In order to address these points, we first discuss four prominent protest communities in Italy that do or could — or should — work with and integrate local and non-local perspectives. Although a comprehensive look would include an extensive examination of their skills, interests, work patterns, resources, and needs, we will nevertheless only note selected anecdotal observations here. We then present technologies that we have developed building on our experiences with community networks. These technologies, although not "prototypes" as they are used by thousands of citizens, should not be viewed as final solutions, but sort of as running experiments that provide feedback, so that “successful models evolve through trial, use, and refinement” (Handler et al, 2008).

Civic Intelligence And Not Only Local Governance

Because of active citizen engagement, governments around the world are facing increasing difficulties in implementing decisions that have impact on the territories they are supposed to administer. Some of these difficulties can be attributed to NIMBY ('not in my back yard') tactics employed by privileged groups that introduce roadblocks into the decision-making process or into the implementation of decisions. On the other hand, it has been shown time and time again that although less energy is consumed and less pollution is caused by lower income communities, it is these communities that are often called on to shoulder much of the burden of a consuming and polluting society. For that reason (among others) the legitimacy of their complaints must also be considered. The question in their case is not "Why in my backyard?" but "Why in my backyard again?" In many cases the source of the problem can be traced to inadequate citizen participation in the construction of the purported solution, which is often the handmaiden of citizen discontent.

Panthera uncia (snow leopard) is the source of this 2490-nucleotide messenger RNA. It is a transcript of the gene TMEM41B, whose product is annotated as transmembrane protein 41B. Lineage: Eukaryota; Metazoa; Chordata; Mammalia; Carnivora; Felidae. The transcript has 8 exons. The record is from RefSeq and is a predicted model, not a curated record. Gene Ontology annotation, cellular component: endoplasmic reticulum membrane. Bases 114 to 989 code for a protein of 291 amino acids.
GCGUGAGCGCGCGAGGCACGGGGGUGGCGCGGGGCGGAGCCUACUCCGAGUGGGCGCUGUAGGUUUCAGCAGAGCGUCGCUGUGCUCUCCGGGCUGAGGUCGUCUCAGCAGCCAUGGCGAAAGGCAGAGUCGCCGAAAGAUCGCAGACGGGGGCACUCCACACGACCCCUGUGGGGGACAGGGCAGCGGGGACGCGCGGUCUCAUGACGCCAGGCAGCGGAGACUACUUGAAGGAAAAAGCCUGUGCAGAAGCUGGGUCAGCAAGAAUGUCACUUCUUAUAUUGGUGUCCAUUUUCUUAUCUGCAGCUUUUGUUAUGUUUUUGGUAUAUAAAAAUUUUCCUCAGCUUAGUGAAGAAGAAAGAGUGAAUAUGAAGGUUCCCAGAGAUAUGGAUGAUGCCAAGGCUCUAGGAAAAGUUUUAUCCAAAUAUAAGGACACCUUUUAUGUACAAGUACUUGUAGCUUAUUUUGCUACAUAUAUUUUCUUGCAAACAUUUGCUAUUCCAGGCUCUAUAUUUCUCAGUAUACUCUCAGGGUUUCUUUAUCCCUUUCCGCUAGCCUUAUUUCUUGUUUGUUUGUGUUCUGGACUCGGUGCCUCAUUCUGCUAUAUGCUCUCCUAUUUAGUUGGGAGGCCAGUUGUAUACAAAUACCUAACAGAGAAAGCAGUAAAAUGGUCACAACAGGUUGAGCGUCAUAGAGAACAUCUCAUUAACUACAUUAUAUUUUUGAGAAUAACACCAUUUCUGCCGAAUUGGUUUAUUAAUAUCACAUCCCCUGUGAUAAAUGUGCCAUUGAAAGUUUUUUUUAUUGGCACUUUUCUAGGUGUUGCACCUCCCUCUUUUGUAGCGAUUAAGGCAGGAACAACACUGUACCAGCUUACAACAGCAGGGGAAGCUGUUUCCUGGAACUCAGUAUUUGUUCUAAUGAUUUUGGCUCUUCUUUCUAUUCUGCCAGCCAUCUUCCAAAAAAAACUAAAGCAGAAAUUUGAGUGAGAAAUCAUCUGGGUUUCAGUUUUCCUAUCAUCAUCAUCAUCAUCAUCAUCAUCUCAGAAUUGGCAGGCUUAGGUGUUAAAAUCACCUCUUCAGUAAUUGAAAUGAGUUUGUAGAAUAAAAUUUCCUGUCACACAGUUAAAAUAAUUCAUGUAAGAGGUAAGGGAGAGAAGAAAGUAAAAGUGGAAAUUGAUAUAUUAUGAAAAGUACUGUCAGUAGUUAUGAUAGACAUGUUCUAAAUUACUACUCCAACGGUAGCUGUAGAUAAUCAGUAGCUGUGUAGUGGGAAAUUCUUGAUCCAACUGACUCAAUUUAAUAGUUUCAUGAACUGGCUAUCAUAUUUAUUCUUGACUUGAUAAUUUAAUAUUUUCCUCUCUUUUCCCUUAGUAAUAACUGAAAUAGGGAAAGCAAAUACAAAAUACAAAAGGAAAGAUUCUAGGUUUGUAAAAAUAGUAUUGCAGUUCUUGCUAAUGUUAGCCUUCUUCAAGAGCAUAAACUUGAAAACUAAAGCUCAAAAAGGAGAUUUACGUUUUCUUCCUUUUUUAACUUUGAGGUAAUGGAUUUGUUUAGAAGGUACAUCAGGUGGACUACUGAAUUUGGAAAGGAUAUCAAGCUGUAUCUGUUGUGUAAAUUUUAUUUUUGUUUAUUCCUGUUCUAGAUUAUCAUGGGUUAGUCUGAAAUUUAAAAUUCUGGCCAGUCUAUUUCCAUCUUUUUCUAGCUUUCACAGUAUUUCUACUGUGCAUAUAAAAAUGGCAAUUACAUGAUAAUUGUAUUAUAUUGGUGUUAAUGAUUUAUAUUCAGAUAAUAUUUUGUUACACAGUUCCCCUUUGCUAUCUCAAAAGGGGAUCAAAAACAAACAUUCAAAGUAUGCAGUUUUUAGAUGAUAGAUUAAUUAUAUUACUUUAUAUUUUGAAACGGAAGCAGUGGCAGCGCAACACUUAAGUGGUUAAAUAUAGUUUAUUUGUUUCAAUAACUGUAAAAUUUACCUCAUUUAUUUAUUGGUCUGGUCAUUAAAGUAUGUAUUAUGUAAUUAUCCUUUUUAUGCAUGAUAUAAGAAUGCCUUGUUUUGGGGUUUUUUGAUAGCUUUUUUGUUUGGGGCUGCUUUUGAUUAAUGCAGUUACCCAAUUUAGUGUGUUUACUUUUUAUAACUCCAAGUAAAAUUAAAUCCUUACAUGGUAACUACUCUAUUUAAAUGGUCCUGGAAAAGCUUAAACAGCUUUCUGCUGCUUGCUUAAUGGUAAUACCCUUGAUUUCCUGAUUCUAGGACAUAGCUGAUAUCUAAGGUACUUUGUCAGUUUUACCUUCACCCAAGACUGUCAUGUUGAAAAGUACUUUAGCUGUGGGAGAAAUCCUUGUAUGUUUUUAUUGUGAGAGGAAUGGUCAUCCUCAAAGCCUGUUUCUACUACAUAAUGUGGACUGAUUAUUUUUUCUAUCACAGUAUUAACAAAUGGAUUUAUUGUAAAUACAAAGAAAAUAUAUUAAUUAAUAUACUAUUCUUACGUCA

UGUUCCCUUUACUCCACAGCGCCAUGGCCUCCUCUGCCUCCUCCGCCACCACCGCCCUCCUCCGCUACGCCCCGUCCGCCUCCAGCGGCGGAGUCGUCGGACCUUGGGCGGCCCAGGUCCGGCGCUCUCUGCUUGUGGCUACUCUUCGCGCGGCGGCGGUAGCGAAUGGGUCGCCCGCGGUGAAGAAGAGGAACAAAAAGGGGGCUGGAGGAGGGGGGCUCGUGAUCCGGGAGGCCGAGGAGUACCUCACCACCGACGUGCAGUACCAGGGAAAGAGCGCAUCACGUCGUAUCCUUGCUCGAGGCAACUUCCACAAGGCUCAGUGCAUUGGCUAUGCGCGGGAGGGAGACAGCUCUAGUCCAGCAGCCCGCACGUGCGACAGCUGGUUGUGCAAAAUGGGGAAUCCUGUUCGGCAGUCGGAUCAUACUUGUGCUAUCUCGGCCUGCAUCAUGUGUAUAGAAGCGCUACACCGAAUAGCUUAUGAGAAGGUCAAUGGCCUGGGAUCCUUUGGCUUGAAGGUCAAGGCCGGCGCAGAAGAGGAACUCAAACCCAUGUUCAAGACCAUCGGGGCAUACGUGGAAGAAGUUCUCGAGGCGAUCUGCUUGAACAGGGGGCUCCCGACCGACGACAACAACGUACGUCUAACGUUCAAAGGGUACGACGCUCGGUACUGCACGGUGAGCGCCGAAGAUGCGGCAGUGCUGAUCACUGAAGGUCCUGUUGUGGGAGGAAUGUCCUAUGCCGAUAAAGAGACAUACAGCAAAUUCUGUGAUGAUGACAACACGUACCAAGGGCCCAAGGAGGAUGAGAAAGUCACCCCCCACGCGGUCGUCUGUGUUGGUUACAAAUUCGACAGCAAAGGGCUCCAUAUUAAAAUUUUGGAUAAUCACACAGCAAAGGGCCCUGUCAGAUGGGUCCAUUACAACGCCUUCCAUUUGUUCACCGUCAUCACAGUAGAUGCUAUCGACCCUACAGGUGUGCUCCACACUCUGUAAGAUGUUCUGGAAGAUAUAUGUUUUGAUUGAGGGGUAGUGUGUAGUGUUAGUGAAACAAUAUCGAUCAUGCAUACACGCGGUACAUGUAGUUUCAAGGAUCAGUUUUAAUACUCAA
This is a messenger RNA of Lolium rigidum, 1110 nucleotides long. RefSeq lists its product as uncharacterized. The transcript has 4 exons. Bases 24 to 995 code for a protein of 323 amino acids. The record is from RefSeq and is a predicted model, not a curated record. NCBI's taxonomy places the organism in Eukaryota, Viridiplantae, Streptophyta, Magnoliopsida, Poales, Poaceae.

Below we discuss four prominent cases of contemporary Italian local protest movements, showing that, in all of them, a significant non-local dimension is present. Of course, this does not prove that this holds true in all cases. Neither do we suggest that the non-local dimension is fully considered or leveraged in the struggles. And, finally, although the cases are not representational of all possible linkages, we do, however, believe that the boundary between local and global is often indistinct and permeable in an increasingly globalized world.

1. The proposed construction of a high-speed TAV (Treno Alta Velocità) railway track in Val di Susa, Piemonte has been the focus of a powerful citizens' protest movement in Italy for over 10 years (Bobbio, 2007). The project is one of several measures undertaken and partly funded by the European Union to improve the railway system, in particular by shifting the transportation of goods from trucks to trains. The main issue is the proposed 50 km tunnel whose excavation would have a strong environmental impact on the valley, not least of which is the presence of asbestos in the ground. The project affects three communities: